Personal development writer Karen Northshield offers advice on how to plan for your goals.
To be, to do or to have, that is the question. The auxiliary verbs ‘to be’, ‘to do’ and ‘to have’ lie at the foundation of the English language. Grammatically speaking, and when used as main verbs in a sentence, there is a fundamental difference between each of them. Semantically speaking, they imply different sets of values. Within the context of personal development, they can be arranged in an order of importance. 1. To have, 2. to do, and 3. to be. At their most basic level, ‘to have’ implies a meaning of possession – a prize possession – something we give value or esteem. ‘To do’ describes an action or is called an action verb. The verb implies something that you strive to achieve. Lastly, ‘to be’ describes a state or a feeling. “I am this or that”. In its simplest and purest form, it implies a state of existence: “I am”, “You are.”
Personal development is about the self-directed evolution of one’s self, in extracting the most from one’s talents and potential as a person, thereby advancing towards the realization of one’s dreams and aspirations. In its broadest sense, the overarching goal is to enhance the quality of one’s life and ultimately reach a state of satisfaction or happiness. This begs the question, what is your most treasured dream? What is it that wakes you up in the morning, drives you throughout the day and makes you look forward to the next day? Asked differently, what exerts an irresistible force of attraction on you? The answer lies in being able to capture your dream, in defining what drives you in life. You can remain in dream state or you can make your dream a reality. In other words, the evolution of one’s self is about making your dreams a reality.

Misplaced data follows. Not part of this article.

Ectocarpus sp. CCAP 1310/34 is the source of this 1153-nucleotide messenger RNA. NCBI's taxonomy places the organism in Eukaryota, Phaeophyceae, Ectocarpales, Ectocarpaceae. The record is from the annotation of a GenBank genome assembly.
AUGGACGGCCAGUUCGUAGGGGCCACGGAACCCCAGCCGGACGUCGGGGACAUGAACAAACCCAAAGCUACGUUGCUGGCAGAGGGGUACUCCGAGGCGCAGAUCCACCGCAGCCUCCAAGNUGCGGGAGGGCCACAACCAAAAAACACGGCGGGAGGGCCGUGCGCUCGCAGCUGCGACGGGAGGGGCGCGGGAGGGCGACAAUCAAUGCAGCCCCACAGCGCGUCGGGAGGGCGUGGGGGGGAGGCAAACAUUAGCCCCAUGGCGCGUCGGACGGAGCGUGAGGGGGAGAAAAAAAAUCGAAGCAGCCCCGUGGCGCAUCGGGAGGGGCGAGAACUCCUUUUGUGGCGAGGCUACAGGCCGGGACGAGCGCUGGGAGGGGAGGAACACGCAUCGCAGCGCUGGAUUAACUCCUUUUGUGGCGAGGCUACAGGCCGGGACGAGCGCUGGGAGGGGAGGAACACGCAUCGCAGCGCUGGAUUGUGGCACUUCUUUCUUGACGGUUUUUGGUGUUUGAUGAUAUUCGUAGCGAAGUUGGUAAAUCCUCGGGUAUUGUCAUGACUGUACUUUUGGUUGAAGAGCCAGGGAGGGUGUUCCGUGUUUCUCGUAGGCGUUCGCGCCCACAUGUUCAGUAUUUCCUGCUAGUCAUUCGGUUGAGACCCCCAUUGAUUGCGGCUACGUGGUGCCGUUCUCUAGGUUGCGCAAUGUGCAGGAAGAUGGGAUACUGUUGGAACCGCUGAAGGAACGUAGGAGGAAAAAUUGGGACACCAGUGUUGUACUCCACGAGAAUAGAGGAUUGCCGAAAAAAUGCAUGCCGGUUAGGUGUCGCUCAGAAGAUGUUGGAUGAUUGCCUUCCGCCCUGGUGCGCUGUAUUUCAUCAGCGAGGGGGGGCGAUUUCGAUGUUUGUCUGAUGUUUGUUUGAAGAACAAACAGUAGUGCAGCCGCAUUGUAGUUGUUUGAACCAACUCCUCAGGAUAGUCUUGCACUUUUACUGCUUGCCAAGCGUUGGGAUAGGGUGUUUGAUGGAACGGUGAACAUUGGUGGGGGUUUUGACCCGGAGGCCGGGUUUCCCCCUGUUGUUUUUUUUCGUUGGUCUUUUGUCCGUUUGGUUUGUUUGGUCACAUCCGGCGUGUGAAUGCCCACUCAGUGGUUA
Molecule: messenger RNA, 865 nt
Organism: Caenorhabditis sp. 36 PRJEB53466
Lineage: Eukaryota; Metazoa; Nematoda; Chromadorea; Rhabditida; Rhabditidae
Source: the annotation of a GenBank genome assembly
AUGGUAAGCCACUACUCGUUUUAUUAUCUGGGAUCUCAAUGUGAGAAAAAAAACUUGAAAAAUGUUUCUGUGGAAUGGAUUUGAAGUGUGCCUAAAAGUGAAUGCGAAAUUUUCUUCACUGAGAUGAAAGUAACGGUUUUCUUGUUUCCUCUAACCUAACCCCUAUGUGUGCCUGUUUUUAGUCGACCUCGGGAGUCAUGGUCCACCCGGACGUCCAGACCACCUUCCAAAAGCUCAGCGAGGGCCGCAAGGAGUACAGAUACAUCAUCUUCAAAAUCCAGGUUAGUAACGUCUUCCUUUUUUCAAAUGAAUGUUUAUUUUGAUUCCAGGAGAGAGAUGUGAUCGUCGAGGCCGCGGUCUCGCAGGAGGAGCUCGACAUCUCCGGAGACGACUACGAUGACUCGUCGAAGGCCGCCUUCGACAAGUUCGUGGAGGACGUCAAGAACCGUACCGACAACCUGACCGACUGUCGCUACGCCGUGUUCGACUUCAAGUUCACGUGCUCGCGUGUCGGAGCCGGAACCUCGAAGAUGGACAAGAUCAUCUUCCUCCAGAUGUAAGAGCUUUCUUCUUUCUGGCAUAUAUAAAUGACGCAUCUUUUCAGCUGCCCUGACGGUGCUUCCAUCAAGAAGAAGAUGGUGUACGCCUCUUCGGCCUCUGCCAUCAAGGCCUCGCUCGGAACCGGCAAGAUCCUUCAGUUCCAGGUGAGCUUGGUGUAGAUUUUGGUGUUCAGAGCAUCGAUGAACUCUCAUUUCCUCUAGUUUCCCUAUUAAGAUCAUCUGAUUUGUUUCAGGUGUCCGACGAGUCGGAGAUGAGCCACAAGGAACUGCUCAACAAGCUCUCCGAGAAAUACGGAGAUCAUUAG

Identifying the auxiliary verb that correlates with your heart’s desire helps to understand the nature of your dream. Is it something you want to do such as sailing around the world or competing in a race? Is it something you want to have (a sports car, a big house, money, etc.)? Or is it someone you want to be (a professor, a doctor, a lawyer, a politician, a scientist, etc) or even standards you want to live by (e.g. set of values)? The first step in realizing your dream is understanding and being able to define it. There is no better way than to put your desire (or goal) into words. In doing so, identifying the auxiliary word that relates to your dream is a good place to start.
The fundamental difference between the 3 aforementioned verbs is as follows:
- 1. To have. Your dream can be to obtain something. It can be a goal in itself. However, possessing something does not necessarily make you evolve personally. There is nothing wrong in desiring something but there is danger in the possibility of losing it. What happens if your heart’s deepest desire (money, house, car, etc.) is stolen or taken away from you? Possession can be dangerous and even turn into a vice. When lost, it can lead to disappointment, dissatisfaction, dashed hopes, disillusionment… If you lose your dream possession, what do you do now? What remains when everything is taken away from you? To me, it boils down to who you are. Your competences. Your talents. Your person. Your aura. And this leads to the next 2 auxiliary verbs: ‘to do’ and ‘to be’.